While not directly about teaching, I found this opinion piece by Michael Roth, President of Wesleyan
College University (via CNN) offering some strong points about Liberal Arts education in general:
A well-rounded education gave graduates more tools with which to solve problems, broader perspectives through which to see opportunities and a deeper capacity to build a more humane society.
In recent years university leaders in Asia, the Mideast and even Europe have sought to organize curricula more like those of our liberal art schools. How, they want to know, can we combine rigorous expectations of learning with the development of critical thinking and creativity that are the hallmarks of the best American colleges?
But in our own land we are running away from the promise of liberal education. We are frightened by economic competition, and many seem to have lost confidence in our ability to draw from the resources of a broadly based education. Instead, they hope that technical training or professional expertise on their own will somehow invigorate our culture and society.
Many seem to think that by narrowing our focus to just science and engineering, we will become more competitive. This is a serious mistake.
I was a Sociology major my first time through college and still find the topic fascinating, even though I eventually got a Computer Science degree. As part of the general education requirements for a BA in Sociology, I had to take 12 hours of Math and Science (I took Basic Math, Physical Geology, Meteorology, and never got the fourth course), 9 hours of English, composition writing, and poetry/literature, six hours of US History and various electives in Social Studies (Psych 101, Art Appreciation, Drama) and various other courses. I was in ROTC so did not have to take any PE courses. I’ll always remember my US History professor. He gave us credit for getting within ten years of the date of historical events but if we really wanted credit on tests, we had to explain why the historical events had occurred. The “critical thinking” Mr. Roth discusses.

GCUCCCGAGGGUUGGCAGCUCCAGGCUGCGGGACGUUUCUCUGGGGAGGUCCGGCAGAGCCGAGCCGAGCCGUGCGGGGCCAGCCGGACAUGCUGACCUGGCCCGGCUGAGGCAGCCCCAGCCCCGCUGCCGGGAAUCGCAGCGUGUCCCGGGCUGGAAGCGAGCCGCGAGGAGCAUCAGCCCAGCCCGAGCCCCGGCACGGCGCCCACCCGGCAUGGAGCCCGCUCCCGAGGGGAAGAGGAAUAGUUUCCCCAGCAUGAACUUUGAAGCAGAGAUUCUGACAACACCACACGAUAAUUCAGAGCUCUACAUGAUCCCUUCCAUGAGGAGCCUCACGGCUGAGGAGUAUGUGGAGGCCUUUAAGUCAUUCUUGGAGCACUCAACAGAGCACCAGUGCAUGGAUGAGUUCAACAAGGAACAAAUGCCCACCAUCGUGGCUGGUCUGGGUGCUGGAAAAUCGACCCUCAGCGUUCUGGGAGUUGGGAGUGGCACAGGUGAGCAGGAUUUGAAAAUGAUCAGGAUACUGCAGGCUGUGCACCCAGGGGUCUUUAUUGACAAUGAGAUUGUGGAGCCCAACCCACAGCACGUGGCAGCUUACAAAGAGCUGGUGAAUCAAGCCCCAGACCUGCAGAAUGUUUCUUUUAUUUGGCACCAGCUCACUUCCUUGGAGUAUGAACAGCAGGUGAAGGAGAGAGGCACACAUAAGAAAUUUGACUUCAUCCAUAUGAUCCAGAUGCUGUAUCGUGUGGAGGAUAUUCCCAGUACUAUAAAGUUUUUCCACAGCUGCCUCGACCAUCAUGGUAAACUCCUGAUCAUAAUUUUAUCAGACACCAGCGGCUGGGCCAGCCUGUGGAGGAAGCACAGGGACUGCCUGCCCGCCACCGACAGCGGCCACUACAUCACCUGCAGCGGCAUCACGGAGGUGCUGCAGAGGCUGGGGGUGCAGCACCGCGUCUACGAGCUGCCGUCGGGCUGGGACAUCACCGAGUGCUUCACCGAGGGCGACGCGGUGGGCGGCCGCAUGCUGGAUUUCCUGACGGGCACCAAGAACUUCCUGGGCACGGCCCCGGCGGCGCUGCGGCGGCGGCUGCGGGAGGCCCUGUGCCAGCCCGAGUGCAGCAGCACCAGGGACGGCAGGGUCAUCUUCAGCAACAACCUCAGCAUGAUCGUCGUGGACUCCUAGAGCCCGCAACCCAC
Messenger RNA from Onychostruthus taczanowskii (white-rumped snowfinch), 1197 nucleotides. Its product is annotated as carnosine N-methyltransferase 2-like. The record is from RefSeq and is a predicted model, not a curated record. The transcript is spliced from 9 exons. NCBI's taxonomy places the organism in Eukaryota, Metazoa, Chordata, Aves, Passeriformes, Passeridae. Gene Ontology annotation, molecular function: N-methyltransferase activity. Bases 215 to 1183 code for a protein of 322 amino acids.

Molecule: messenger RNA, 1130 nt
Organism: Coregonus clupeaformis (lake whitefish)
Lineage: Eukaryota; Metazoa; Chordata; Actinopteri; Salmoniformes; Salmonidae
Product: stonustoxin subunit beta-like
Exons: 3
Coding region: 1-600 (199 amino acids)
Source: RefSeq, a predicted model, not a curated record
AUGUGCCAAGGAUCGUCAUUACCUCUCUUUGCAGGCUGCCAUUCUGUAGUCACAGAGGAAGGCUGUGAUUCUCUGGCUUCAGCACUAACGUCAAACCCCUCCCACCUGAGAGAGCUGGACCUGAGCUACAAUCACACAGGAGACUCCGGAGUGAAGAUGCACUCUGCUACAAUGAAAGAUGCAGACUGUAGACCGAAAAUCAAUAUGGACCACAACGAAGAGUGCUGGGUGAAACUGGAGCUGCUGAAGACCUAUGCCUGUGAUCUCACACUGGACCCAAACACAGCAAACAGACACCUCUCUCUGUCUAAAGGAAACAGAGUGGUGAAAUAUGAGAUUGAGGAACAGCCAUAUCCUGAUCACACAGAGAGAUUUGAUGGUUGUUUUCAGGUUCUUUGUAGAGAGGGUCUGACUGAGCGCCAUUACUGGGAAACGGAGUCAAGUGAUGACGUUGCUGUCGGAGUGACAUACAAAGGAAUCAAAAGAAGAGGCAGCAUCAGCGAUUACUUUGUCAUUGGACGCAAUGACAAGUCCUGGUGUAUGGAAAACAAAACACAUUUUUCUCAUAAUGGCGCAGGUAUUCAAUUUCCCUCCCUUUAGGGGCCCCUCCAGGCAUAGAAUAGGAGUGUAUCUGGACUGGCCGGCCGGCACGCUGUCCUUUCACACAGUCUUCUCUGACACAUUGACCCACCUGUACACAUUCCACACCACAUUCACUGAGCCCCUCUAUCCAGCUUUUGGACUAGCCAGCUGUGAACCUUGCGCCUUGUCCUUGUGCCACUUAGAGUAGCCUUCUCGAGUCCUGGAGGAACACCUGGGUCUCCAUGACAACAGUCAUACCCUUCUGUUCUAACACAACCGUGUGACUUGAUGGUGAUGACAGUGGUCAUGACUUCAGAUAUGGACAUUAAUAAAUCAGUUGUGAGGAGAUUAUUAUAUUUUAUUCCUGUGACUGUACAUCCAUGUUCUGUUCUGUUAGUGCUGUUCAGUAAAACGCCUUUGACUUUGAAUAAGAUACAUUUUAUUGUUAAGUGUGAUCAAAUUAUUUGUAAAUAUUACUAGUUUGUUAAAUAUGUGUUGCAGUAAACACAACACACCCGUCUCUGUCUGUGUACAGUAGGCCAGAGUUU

I’m not quite willing to impugn the motives of Bill Gates and his allies but there are all sorts of articles always floating around, mocking some of the Liberal Arts course offerings as “why ever would a ‘serious’ student want to take such a course.” One of my courses in Sociology that at first blush sounds “why bother” in this fashion was a class on Games and Simulations. Yet this was a quite valuable class for me. One of the first games we played was a dice based game on settlement where we set up teams and “settled a new town along the river.” What wound up happening was as teams, we re-created most all of the problems found as towns became cities, original land became industrialized, and folks moved further away from their origins. Just like when we play Monopoly, it is really easy for folks to get into “Robber Baron” mode
I believe Mr Gates would prefer to have nothing but engineers and scientists marching out of colleges each spring but is this really a world of automatons? This might sound surprising to some folks but having worked in the technology industry since 1982, some of the best computer programmers I’ve ever known had been music majors for their undergrad degree. But they understood structure and syntax for programming which made it easier for them to see the conceptual “big picture.” Other folks with liberal arts backgrounds are seemingly better able to perceive how the latest and greatest techno toys and widgets will be both used by non-technical people and how best to present those changes to people.
We need the engineers and scientists but we also need the people who provide the artistic and the people who have the broad-based education who have dabbled in a variety of disciplines.
And the teachers. After all, which teacher was it that inspired you as a student? Was it the one that presented all the dry facts and asked for them to be regurgitated from rote memory or was it the person who opened the world of thought and universes not yet discovered?
And because I can:
Cross posted from Just A Small Town Country Boy